Friday, October 1, 2010

Notes on "The Kindest Cut"

Stage Directions magazine published their Guide to Shakespeare in 2000, and while a quick skim of the book revealed it to be full of things that I likely already knew or considered, two chapters grabbed my attention, and thus I will offer my notes on the first of these here. "The Kindest Cut: Practical Advice on When and How to Trim Shakespeare Down to Size," by Washington Shakespeare Festival Artistic Director James A Van Leishout is geared more for the director than for the editor, but as my recent (and ongoing) reading of Dessen's book (and my won experience) reminds me, those two functions are often linked. While I was never going to have to cut Merry Devil, I did need to emend it at points, and those two techniques are often related. So lets see what Leishout has to say...

"For better or for worse, most modern productions of Shakespeare are not presented whole" (38). The truth of that may be obvious, but it's always nice to hear someone say it.

Shakespeare's plays were probably cut cut and re-written in his own lifetime, and the lack of copyright protections on the text free the director to cut, edit, and adapt as they see fit, but it is still essential to understand what the received text communicates and how it does so (38).

"The first responsibility of a director is to honor the playwright's intentions" (39). I respectfully disagree with that statement, especially in the case of Shakespeare, whose intentions are unknown. All we can do is surmise what his intentions were, and if his intentions with Othello really are in propagating a racist agenda, or his intentions in Taming of the Shrew are in propagating a misogynist one, than we ought not honor those intentions.

Van Leishout presents five guidelines to cutting a text, and while the first of these, "Have a clear understanding of why a line, scene, or character exists before cutting," makes good sense, he builds upon some contradictory evidence. He recommends David Ball's excellent Backwards and Forwards  as an introduction to reading texts, but then discusses how the Reynaldo scene can be easily cut from Hamlet; it's been some time since I read Backwards and Forwards, but I remember Ball making a very clear and excellent point over several pages that the Reynaldo scene is essential to a proper understanding of Palonius' character (39 - 40). I fully realize it will often be absent from modern productions, but Van Leishout seems to be contradicting himself here.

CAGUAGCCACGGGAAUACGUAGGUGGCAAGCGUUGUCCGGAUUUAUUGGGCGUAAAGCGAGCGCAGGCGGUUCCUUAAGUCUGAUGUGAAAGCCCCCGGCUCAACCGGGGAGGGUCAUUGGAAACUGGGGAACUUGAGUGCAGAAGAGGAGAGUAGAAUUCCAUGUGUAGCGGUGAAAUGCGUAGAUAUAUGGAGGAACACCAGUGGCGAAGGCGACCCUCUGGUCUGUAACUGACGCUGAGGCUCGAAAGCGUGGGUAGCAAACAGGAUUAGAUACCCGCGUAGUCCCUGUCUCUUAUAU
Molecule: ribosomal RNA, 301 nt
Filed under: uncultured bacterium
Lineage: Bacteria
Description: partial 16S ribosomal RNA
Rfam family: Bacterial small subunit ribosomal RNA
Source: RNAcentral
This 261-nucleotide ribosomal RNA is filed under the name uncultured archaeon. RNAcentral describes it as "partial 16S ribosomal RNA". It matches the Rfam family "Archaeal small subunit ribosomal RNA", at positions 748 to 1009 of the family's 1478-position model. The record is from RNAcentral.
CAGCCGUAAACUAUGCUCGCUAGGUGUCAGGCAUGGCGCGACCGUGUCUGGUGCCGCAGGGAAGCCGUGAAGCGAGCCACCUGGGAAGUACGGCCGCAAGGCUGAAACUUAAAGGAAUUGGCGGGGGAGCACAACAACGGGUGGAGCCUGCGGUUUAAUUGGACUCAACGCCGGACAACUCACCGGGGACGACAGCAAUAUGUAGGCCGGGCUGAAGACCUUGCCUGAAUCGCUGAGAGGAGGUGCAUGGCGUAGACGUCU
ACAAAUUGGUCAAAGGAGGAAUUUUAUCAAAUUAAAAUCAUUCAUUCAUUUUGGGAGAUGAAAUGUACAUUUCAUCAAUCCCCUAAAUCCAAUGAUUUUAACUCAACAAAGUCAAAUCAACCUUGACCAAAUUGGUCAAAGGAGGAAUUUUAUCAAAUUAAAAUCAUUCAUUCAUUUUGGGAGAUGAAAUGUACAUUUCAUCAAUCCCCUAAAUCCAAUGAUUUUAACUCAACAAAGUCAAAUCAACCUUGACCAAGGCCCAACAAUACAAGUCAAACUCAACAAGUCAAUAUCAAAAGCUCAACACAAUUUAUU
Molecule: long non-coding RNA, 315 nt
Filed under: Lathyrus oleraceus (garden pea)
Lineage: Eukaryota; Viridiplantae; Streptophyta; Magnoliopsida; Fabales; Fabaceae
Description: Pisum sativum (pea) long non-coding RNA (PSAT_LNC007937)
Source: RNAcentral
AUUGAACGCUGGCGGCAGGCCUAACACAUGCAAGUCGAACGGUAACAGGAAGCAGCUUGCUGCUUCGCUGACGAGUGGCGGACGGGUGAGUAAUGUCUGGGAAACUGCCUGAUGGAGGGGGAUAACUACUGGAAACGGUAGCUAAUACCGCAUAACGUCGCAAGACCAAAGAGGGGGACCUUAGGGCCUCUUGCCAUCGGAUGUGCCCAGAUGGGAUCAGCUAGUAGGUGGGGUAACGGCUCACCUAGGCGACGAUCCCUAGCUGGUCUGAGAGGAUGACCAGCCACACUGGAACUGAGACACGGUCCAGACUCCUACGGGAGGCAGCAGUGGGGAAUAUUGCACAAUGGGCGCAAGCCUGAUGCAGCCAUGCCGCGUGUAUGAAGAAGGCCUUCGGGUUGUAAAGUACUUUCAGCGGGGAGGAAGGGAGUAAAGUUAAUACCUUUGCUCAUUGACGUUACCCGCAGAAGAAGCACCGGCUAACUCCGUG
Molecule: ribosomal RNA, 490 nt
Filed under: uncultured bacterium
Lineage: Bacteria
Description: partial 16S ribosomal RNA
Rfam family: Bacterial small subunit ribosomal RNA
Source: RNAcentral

The next piece of advice Van Leishout offers is to "be aware of emendations" (40). The emendations he is speaking of are of the variety that come from Shakespeare's editors over the past few centuries, and he recommends checking against the Folio text to get a clearer picture (40). On the whole, it's not bad advice.

Examine cuts that other directors have made, but beware of being caught up in another director's concept (40 - 41). I'm not sure how useful this advice is to anyone. While studying the work of others in your field is always important, there could be any number of reasons why a director cut a particular scene from their production, and it is also important to examine how those cuts were received. If a local reviewer talks about how the play doesn't make sense and feels like it's missing scenes, they may have cut unwisely. In the end, this technique would, to be useful, require more effort than it is probably worth.

I agree with the next point that directors should know the logic behind the order of the scenes in the received text; knowing the function of the court scenes in opposition to the forest scenes in As You Like It is essential before changing their order (41). Even if the director does persist in changing the order, they should at least be aware of what they're losing for what they're gaining: this is a point that Dessen makes regularly as well.

"Don't cut famous lines" (41). Always good advice, but I didn't have to worry about that in Merry Devil.

Van Leishout urges the director to check their cuts after they have finished to make sure that what they have created still makes sense, is what they want, and is still recognizably Shakespeare's: he further offers that if the result is radically different, you may wish to consider noting that your creation is based on Shakespeare's work (41).

I like this last point that Shakespeare wrote to please audiences, especially the note that a short play is not a guarantee of success, and that a slightly longer well done production will be better than a shorter and less well done production every time (41).

All of this seems fairly straightforward, aimed at someone with a little bit less of a background in both text and performance in mind, and with Shakespeare's plays too specifically targeted for me to apply this much to the broader context of Merry Devil.

Van Leishout, James A. "The Kindest Cut: Practical Advice on When and How to Trim Shakespeare Down to Size." The Stage Directions Guide to Shakespeare. Stephen Peithman and Neil Offen Ed. Postmouth. Heinemann. 2000.

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